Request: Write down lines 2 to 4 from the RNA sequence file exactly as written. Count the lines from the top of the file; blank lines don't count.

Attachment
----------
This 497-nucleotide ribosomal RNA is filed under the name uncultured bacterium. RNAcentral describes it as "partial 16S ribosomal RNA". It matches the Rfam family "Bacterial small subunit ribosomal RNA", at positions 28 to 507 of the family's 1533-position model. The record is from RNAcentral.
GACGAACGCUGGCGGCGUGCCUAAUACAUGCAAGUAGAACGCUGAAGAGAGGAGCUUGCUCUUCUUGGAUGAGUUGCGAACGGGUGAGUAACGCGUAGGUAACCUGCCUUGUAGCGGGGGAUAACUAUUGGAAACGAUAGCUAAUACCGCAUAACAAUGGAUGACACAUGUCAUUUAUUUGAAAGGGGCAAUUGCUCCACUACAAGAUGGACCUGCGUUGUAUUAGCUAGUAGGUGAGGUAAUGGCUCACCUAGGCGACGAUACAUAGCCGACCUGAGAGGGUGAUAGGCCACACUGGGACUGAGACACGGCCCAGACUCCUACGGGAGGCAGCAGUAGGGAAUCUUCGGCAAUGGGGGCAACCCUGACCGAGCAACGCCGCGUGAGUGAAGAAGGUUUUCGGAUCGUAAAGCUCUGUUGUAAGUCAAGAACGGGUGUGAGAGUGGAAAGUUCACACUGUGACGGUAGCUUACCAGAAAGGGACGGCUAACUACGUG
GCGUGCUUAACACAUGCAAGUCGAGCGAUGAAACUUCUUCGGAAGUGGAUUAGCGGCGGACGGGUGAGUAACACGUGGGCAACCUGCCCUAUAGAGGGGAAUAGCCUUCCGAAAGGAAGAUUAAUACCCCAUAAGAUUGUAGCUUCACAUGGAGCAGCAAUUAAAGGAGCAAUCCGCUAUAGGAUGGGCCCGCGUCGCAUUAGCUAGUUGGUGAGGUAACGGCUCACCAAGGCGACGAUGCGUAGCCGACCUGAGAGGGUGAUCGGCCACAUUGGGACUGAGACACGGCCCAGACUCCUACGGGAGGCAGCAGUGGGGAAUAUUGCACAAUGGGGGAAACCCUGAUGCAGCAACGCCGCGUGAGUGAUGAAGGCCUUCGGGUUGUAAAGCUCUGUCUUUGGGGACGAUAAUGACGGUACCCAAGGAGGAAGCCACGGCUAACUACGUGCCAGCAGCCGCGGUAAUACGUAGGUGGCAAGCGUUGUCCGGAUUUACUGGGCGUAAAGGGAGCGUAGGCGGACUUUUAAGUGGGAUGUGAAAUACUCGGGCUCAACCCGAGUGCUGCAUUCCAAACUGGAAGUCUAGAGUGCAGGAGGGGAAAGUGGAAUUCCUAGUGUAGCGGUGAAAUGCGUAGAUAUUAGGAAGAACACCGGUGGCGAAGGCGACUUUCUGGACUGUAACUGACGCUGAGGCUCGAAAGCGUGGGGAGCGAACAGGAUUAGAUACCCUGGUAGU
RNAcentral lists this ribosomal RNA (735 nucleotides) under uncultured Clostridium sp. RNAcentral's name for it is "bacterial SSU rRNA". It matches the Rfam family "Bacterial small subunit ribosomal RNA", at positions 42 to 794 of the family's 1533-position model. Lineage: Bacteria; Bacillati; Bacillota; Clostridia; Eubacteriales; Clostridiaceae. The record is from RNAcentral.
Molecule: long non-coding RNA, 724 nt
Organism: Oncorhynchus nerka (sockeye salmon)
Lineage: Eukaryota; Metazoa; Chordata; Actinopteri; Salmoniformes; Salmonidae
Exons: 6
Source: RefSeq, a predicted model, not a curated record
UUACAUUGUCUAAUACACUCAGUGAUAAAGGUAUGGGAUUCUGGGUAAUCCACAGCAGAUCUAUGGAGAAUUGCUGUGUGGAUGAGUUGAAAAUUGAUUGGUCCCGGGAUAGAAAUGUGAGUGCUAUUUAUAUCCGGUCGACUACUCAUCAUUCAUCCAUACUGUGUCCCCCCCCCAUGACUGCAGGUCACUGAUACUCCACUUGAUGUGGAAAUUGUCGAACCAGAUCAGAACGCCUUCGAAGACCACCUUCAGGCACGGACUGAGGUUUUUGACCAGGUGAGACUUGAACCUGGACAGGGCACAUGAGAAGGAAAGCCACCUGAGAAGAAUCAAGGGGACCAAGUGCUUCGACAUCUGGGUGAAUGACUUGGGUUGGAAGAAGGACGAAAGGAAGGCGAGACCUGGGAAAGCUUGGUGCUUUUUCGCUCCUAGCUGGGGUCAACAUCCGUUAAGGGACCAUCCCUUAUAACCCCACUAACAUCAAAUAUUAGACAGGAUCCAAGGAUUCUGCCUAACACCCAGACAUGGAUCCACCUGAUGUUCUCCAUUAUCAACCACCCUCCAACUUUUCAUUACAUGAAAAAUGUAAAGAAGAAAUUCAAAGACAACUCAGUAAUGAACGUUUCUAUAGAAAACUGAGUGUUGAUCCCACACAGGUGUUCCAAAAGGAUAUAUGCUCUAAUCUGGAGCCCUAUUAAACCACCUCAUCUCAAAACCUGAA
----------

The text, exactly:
GACGAACGCUGGCGGCGUGCCUAAUACAUGCAAGUAGAACGCUGAAGAGAGGAGCUUGCUCUUCUUGGAUGAGUUGCGAACGGGUGAGUAACGCGUAGGUAACCUGCCUUGUAGCGGGGGAUAACUAUUGGAAACGAUAGCUAAUACCGCAUAACAAUGGAUGACACAUGUCAUUUAUUUGAAAGGGGCAAUUGCUCCACUACAAGAUGGACCUGCGUUGUAUUAGCUAGUAGGUGAGGUAAUGGCUCACCUAGGCGACGAUACAUAGCCGACCUGAGAGGGUGAUAGGCCACACUGGGACUGAGACACGGCCCAGACUCCUACGGGAGGCAGCAGUAGGGAAUCUUCGGCAAUGGGGGCAACCCUGACCGAGCAACGCCGCGUGAGUGAAGAAGGUUUUCGGAUCGUAAAGCUCUGUUGUAAGUCAAGAACGGGUGUGAGAGUGGAAAGUUCACACUGUGACGGUAGCUUACCAGAAAGGGACGGCUAACUACGUG
GCGUGCUUAACACAUGCAAGUCGAGCGAUGAAACUUCUUCGGAAGUGGAUUAGCGGCGGACGGGUGAGUAACACGUGGGCAACCUGCCCUAUAGAGGGGAAUAGCCUUCCGAAAGGAAGAUUAAUACCCCAUAAGAUUGUAGCUUCACAUGGAGCAGCAAUUAAAGGAGCAAUCCGCUAUAGGAUGGGCCCGCGUCGCAUUAGCUAGUUGGUGAGGUAACGGCUCACCAAGGCGACGAUGCGUAGCCGACCUGAGAGGGUGAUCGGCCACAUUGGGACUGAGACACGGCCCAGACUCCUACGGGAGGCAGCAGUGGGGAAUAUUGCACAAUGGGGGAAACCCUGAUGCAGCAACGCCGCGUGAGUGAUGAAGGCCUUCGGGUUGUAAAGCUCUGUCUUUGGGGACGAUAAUGACGGUACCCAAGGAGGAAGCCACGGCUAACUACGUGCCAGCAGCCGCGGUAAUACGUAGGUGGCAAGCGUUGUCCGGAUUUACUGGGCGUAAAGGGAGCGUAGGCGGACUUUUAAGUGGGAUGUGAAAUACUCGGGCUCAACCCGAGUGCUGCAUUCCAAACUGGAAGUCUAGAGUGCAGGAGGGGAAAGUGGAAUUCCUAGUGUAGCGGUGAAAUGCGUAGAUAUUAGGAAGAACACCGGUGGCGAAGGCGACUUUCUGGACUGUAACUGACGCUGAGGCUCGAAAGCGUGGGGAGCGAACAGGAUUAGAUACCCUGGUAGU
RNAcentral lists this ribosomal RNA (735 nucleotides) under uncultured Clostridium sp. RNAcentral's name for it is "bacterial SSU rRNA". It matches the Rfam family "Bacterial small subunit ribosomal RNA", at positions 42 to 794 of the family's 1533-position model. Lineage: Bacteria; Bacillati; Bacillota; Clostridia; Eubacteriales; Clostridiaceae. The record is from RNAcentral.